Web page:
Our first full day in Sedona, we hit the Sedona visitor’s center.  The Visitor’s center was well stocked with brochures on the area, and a very enthusiastic volunteer, originally from Alaska, briefed us on vortex’s, hikes, shopping, eating.  Any question we asked, she had an answer for us. We walked around the downtown for a little while and were amazed at the stores.  Sedona has a lot of shopping, but it seemed as if every shop was selling the same thing. On one block alone were 4 stores selling the Red Rock T Shirts.  The exact same shirts.  Another block was selling the Life is Good line of T shirts and outdoor products.  On the whole of the main shopping district, with all those stores, there were probably only a variety of six different things, chocolate, eating, jewelry, tea, T shirts and outdoor gear.  Amazing.  We didn’t buy anything, and instead drove to the edge of town to hike the Boynton Canyon Trail.

My friend Sherry, had told us this was a great hike to a vortex center.  What is a vortex?  It’s an energy center spiraling out from the earth.  To some people, it can feel like a pull, magnetism or subtle electricity.  It’s an energy some people can feel and use to realign the energies in the human body. 

It was pretty hot as we started the hike.  We weren’t sure what to expect, but we all brought along a water bottle, and I brought 2 frozen water bottles.  We read the hike was 2 1/2 hours.  Critical mistake here.    Our previous hikes in Yosemite and Grand Canyon, the hiking times had been in ROUND TRIP.   As we soon discovered, this trip was 2 1/2 hours ONE WAY. 

The trail wasn’t difficult, though the first hour was directly in the hot sun and sand, no shade, as we skirted the edge of the luxurious 4 star Enchantment Resort.  Ah, the Enchantment resort, a real people loving resort, with signs on our trail warning us to not cut through their parking lot as it was patrolled by ARMED GUARDS.  Where are we?  The Green Zone in Iraq?  Plus, we’re walking in the desert, as in no water, while their resort is covered in thick green grass.  Unbelievable! 

We kept going, under the intense sun, until gradually the landscape changed to more and more trees, and eventually a dense forest.  Here it was much cooler, and we walked under a tall canopy of oak and pine trees.  Rounding a curve, near a dry creek bed, we startled a mule deer.  A few people passed us coming from the end of the trail, and when I asked how much farther, they told us at least another 30 minutes.  At this point I checked the kids water bottles.  Much to my surprise, they had finished their first bottle of water.  I couldn’t believe it.  Did they not know proper water conservation on a trail?  Even Dan had finished his.  At that point we had to have a lesson in how you never finish  all your water before the turnaround point on the trail.  I still had water in mine, and we had two more bottles left so it wasn’t dire, but it was a good lesson.  Just about 2 hours later, and the last bit scrambling straight up, we reached the end of the trail.  We perched on the side of the canyon walls, enjoying the view.   The view was great, the red canyon walls stretching up high above you, the hawks crying overhead, and while we didn’t feel any vortex energy, we had a very relaxing time just taking it all in.  The return trip went faster, less than two hour.  Maybe it was the vortex, maybe it was the lack of water, but we were exhausted!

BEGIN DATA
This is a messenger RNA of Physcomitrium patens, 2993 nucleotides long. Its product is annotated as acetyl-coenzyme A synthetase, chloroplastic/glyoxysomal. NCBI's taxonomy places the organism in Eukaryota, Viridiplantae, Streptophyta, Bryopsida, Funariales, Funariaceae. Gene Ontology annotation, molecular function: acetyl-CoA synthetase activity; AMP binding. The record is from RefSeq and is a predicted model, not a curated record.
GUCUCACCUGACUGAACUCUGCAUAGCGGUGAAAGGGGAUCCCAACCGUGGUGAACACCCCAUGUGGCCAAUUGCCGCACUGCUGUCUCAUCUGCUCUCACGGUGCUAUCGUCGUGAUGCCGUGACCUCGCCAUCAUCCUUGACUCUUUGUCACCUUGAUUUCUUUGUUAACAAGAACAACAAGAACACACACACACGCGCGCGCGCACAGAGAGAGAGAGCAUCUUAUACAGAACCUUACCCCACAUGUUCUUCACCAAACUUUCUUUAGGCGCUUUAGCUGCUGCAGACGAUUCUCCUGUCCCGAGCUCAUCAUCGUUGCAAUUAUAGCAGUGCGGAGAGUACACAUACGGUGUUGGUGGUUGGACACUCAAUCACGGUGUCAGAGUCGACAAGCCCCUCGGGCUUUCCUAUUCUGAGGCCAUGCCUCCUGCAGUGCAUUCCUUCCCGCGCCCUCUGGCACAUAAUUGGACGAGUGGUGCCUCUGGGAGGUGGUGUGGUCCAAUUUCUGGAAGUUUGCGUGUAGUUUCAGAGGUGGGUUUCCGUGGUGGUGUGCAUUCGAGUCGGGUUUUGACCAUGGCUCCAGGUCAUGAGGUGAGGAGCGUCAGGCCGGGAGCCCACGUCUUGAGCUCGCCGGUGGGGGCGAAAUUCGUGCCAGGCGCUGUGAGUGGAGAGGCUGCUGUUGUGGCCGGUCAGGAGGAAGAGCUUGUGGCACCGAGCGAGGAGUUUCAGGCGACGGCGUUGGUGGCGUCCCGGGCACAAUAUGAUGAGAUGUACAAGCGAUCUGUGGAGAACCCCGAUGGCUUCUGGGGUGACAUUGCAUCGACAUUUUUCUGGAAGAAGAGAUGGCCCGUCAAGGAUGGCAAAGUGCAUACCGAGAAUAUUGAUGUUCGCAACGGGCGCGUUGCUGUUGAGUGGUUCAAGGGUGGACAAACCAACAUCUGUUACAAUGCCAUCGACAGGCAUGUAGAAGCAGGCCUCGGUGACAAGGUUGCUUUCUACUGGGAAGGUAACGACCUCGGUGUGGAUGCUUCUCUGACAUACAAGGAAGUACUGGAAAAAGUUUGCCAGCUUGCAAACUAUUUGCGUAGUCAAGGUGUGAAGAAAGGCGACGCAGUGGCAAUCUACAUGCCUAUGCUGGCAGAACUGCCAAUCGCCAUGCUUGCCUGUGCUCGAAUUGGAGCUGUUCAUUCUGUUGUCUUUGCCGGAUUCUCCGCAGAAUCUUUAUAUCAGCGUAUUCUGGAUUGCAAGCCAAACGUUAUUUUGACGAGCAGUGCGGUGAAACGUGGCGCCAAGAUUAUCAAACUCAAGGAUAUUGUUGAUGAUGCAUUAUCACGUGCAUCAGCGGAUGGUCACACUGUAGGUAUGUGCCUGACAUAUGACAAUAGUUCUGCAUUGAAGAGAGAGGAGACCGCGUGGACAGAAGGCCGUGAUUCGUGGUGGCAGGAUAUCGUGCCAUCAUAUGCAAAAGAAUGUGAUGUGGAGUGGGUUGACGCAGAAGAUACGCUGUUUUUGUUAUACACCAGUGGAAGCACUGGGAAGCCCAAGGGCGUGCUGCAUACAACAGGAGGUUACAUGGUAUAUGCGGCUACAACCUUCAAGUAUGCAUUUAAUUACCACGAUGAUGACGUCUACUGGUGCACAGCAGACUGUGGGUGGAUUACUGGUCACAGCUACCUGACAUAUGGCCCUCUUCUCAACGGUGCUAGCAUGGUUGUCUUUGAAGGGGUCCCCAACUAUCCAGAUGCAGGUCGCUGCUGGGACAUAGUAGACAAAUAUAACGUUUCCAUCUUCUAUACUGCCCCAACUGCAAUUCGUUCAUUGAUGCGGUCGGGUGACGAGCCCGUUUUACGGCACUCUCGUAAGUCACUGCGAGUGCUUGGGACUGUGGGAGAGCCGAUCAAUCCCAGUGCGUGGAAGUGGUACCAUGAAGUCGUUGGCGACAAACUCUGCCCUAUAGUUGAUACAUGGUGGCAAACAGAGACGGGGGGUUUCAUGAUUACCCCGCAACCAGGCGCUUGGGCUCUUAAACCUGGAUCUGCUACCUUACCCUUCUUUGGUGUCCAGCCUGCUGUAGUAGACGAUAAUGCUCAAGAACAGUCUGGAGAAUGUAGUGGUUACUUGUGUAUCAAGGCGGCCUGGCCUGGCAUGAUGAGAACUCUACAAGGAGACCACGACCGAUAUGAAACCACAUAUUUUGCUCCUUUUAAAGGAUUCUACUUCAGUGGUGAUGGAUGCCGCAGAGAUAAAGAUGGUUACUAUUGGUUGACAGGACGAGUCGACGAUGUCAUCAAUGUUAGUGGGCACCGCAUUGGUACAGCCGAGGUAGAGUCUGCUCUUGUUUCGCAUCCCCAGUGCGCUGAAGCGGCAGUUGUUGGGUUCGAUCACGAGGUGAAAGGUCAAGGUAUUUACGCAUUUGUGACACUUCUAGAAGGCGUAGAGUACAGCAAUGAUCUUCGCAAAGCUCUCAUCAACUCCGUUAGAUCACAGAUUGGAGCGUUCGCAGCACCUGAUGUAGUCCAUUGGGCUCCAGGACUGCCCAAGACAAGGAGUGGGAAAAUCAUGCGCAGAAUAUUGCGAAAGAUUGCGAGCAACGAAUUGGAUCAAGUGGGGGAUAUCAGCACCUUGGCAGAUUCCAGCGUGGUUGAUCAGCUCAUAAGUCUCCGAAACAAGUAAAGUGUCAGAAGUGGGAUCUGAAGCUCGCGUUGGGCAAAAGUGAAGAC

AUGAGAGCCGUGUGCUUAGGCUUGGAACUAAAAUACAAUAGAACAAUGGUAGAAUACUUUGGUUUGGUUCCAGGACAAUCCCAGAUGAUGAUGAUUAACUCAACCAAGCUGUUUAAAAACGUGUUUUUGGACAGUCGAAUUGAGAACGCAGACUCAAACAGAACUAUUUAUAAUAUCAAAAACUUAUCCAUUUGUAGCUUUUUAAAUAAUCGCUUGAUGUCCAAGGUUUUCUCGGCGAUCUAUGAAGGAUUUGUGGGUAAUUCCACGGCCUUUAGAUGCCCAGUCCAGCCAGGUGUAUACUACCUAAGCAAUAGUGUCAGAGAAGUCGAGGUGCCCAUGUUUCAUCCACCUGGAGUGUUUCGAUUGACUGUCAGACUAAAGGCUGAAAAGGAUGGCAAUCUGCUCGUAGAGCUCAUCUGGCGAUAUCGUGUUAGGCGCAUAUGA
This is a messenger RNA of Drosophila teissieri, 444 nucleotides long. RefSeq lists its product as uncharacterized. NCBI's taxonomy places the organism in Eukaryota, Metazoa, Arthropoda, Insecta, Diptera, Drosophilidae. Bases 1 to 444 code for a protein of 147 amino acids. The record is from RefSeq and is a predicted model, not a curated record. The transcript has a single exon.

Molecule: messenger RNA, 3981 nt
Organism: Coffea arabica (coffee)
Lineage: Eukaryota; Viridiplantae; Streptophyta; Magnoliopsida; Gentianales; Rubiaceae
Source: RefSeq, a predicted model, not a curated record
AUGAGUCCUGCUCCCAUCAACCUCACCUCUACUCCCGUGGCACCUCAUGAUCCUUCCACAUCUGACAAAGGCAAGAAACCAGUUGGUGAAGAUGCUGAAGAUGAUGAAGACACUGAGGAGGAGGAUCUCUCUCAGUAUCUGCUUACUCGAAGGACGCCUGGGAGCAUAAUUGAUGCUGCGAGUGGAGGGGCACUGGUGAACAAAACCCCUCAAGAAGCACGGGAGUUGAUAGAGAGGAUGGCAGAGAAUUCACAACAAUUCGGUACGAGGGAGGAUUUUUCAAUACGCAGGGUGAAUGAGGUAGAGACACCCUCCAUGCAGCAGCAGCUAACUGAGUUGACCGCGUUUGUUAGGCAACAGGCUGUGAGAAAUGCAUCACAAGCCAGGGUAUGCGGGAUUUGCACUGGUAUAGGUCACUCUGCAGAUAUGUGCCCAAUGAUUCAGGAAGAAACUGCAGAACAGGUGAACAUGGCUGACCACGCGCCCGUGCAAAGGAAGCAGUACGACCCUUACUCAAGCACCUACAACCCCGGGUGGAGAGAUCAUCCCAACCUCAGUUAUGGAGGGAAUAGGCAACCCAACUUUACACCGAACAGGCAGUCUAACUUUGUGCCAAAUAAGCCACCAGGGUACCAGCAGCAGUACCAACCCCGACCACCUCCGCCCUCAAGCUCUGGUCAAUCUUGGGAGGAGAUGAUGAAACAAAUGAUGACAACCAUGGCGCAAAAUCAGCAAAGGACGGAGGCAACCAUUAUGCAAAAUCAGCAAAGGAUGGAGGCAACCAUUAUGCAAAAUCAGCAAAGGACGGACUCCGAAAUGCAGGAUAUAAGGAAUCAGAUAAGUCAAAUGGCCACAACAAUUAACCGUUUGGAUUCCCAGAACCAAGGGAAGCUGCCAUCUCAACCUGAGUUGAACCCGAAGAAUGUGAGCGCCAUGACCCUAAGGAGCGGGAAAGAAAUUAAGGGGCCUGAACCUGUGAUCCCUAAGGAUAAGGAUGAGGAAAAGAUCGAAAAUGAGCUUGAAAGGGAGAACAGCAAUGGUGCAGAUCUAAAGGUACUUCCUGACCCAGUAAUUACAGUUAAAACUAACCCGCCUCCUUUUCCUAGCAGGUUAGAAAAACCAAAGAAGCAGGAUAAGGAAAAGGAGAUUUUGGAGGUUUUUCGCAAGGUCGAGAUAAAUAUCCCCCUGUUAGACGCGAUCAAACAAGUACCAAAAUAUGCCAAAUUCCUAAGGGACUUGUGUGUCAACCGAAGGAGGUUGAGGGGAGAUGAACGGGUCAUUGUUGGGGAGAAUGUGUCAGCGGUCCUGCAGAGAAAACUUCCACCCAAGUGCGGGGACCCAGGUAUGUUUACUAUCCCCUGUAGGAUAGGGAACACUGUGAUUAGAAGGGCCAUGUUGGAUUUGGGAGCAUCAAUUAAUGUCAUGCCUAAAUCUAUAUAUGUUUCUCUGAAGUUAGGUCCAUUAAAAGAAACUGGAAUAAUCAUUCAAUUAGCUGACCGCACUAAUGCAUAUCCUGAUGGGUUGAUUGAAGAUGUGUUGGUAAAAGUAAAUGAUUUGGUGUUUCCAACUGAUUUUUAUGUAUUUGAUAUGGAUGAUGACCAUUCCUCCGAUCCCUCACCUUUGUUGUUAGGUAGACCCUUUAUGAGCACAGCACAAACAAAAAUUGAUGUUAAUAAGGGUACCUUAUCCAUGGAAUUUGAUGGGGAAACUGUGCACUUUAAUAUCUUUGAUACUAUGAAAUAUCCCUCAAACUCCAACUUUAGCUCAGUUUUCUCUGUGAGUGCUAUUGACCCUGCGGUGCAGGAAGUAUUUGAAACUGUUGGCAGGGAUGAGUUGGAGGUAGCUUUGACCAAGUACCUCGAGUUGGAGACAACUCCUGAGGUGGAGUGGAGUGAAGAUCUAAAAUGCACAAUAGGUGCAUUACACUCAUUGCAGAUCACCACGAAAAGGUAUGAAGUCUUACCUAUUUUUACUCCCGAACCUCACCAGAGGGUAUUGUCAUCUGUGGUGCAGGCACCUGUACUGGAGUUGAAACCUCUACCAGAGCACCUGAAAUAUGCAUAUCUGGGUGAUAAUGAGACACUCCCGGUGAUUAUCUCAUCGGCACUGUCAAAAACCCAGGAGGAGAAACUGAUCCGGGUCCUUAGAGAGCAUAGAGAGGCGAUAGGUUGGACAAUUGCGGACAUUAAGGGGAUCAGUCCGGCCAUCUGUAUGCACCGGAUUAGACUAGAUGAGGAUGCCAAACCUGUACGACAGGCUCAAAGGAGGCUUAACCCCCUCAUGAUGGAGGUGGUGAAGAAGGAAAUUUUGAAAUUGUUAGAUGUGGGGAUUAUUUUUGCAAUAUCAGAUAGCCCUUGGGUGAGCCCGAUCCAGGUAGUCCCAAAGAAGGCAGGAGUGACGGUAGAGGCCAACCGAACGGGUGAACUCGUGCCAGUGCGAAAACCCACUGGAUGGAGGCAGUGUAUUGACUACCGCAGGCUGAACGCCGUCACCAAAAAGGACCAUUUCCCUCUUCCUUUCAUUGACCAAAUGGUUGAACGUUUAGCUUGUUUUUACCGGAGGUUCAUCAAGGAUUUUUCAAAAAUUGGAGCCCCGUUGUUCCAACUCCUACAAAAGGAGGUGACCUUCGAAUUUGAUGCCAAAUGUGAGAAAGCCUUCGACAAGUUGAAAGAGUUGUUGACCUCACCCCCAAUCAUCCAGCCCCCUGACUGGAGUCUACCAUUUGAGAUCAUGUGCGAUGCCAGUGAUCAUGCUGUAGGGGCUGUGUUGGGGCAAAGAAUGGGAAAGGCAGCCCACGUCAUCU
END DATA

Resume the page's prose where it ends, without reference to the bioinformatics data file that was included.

We didn’t have much time to recover as we were meeting Fred and Kathy, our sailing buddies on Makai, in a few hours.  We grabbed an ice cold shower on Awesome (we really should have used the hot water heater!) a quick lunch at a Natural Foods grocery store and headed to the campground.

Kathy and Fred met us there, having driven up from Phoenix where they had been house sitting for a friend.  It was so good to see them!  The last time we saw them was nearly a year ago, in Grenada, right before we left to sail to Venezuela.  There is so much to be said about friends you make while cruising.  I think those are the friendships you keep for life.    We all had dinner together that night.  They gave us some good ideas on what to do on the drive through Utah, and picked our brain on our trip to Peru and Chile.   We had lunch together the next day before they headed back to California and we kept heading east.  They’ll head back to their boat in Curacao in November, and sail east and we’ll head back to our boat in Aruba  and head West.  We don’t know when we’ll see them again, but it was great to see them in Arizona.

Our last afternoon in Sedona we headed to the Amitabha Stupa. The  Stupa is one of the oldest forms of sacred architecture, dating back 26,000 years and there are very few located in the Western Hemisphere. Stupas have been built to avert war, end famine, and promote prosperity and well-being. Their sole purpose is to bring benefit for all living beings.

The Amitabha, 36 feet tall, was located down a short trail, shrub and Juniper lined trail, near the base of beautiful red rock formations, on the edge of town.   The Stupa was built at the direction of Buddhist Masters, on sacred ground, and empowered with mystical energy and healing power.  You can pray here, meditate or walk around the stupa while saying a prayer, and feel the benefits of the Stupa in the form of healing or peace.  

With the sun starting to set, we all walked around the golden statue.  I couldn’t really tell if  I could feel the vortex there.  After about 20 minutes, we walked down to the smaller Tara Stupa, and walking around it we could all feel the energy.  I closed my eyes as I walked around the statue praying silently, and I never had to worry about going off the path as an energetic pull kept you on a circle around the statue.  It was a very calm, peaceful feeling.  By the time we finished, the sun was nearly down, and we headed Awesome back to the campground, happy from seeing our friends, a good tired feeling from our hike, and a wonderful peaceful feeling from our time at the Stupa.  Sedona will now always hold a special place in our hearts.